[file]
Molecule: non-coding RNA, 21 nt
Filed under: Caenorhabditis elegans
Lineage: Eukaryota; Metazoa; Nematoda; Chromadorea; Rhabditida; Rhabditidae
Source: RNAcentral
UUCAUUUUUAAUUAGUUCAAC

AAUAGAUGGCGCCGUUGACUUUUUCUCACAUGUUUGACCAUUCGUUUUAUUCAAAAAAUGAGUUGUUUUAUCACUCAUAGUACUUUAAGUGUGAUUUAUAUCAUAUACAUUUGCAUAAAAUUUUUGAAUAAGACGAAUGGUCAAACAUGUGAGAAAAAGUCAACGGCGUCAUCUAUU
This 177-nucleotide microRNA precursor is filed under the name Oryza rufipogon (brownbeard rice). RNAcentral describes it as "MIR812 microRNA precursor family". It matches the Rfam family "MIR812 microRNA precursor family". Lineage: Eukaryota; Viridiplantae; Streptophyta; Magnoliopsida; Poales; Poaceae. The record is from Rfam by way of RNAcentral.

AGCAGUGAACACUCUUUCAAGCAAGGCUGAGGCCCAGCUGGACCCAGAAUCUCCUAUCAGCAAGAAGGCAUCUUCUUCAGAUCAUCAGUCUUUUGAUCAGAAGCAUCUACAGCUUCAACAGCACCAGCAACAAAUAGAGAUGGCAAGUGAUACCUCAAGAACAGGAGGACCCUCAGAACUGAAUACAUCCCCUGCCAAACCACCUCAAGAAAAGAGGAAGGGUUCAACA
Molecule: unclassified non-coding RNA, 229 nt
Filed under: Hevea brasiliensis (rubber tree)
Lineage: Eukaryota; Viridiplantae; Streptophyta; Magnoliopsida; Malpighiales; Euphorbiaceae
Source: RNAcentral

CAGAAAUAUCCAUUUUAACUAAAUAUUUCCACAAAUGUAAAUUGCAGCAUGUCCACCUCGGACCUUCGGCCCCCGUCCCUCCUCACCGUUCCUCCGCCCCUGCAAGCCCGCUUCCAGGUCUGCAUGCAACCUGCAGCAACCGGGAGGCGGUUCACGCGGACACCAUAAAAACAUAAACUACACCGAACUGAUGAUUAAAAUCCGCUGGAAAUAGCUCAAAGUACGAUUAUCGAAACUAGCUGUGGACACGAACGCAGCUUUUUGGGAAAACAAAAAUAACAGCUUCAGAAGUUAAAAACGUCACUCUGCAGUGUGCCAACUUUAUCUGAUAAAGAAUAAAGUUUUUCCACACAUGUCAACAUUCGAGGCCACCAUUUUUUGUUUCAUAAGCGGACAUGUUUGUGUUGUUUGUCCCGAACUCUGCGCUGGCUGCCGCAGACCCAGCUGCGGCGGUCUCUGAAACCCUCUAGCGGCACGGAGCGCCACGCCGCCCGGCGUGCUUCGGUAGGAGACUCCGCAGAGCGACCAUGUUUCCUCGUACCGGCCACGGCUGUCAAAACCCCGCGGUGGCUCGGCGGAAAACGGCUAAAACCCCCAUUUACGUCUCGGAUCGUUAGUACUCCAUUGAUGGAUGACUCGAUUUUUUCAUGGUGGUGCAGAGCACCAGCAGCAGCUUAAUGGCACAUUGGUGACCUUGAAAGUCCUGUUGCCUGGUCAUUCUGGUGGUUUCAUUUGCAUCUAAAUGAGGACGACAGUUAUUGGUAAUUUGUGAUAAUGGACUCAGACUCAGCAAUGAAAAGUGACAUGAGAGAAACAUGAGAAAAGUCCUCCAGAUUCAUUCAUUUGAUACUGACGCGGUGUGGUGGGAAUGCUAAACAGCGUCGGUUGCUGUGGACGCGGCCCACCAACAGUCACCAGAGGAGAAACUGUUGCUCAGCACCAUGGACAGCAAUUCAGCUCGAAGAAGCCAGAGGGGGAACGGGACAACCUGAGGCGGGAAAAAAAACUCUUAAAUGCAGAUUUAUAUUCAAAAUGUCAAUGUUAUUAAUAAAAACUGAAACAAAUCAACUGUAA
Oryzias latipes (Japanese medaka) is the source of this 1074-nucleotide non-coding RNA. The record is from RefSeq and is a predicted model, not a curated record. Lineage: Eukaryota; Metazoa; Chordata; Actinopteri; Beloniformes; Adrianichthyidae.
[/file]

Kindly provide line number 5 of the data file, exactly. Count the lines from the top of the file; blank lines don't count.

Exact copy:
UUCAUUUUUAAUUAGUUCAAC